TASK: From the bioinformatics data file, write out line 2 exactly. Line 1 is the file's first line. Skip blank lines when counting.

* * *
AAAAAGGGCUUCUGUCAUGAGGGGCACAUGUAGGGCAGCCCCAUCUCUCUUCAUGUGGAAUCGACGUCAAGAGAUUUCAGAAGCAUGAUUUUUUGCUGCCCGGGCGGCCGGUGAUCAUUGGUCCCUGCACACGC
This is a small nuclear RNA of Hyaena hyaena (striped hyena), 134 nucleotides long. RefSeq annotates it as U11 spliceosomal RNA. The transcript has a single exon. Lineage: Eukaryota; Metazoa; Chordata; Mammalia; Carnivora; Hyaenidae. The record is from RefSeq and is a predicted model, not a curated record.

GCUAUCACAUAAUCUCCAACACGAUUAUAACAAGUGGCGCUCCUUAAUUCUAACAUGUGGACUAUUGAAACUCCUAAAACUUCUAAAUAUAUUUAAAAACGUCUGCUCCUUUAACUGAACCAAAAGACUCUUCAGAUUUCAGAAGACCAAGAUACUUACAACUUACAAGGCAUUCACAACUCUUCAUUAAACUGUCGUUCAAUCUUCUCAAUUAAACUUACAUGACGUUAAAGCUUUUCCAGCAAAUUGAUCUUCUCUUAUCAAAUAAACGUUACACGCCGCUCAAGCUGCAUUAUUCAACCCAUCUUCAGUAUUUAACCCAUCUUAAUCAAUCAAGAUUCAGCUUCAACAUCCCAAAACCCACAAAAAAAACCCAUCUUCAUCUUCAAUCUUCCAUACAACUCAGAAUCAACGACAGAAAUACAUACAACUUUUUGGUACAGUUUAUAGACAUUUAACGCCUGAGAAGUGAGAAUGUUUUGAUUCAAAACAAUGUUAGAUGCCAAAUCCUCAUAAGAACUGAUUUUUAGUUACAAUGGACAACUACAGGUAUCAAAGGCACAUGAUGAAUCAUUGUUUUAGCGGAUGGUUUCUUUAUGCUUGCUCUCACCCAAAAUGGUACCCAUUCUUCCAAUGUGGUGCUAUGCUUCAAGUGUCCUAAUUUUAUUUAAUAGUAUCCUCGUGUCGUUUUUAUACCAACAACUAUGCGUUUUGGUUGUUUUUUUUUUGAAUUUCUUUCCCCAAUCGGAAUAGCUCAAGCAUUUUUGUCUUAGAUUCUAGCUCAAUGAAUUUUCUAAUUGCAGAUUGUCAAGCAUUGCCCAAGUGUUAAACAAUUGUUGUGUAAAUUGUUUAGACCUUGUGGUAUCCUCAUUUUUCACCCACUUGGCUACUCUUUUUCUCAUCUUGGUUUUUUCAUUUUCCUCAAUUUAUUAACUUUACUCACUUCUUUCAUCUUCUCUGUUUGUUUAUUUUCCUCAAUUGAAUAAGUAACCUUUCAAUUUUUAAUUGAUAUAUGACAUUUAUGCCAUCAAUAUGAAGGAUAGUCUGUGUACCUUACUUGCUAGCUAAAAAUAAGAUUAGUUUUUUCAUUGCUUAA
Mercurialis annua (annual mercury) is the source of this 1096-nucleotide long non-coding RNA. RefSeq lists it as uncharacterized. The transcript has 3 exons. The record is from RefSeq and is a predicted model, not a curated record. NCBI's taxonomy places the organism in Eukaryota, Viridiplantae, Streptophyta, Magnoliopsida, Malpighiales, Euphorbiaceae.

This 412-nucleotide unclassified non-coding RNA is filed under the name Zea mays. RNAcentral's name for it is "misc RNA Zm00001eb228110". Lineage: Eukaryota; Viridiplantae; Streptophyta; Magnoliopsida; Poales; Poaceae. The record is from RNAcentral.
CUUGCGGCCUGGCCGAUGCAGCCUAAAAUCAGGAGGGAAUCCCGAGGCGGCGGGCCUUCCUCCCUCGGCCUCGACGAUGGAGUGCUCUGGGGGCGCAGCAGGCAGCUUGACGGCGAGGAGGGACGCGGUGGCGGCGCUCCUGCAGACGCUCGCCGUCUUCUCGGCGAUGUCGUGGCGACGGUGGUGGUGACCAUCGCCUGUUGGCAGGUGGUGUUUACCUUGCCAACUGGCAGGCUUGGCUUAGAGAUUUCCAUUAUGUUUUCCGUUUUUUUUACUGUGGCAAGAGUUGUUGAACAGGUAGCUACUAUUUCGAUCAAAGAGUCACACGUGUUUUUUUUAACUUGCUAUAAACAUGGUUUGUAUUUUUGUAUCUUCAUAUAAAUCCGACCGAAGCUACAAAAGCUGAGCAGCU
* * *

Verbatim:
This is a small nuclear RNA of Hyaena hyaena (striped hyena), 134 nucleotides long. RefSeq annotates it as U11 spliceosomal RNA. The transcript has a single exon. Lineage: Eukaryota; Metazoa; Chordata; Mammalia; Carnivora; Hyaenidae. The record is from RefSeq and is a predicted model, not a curated record.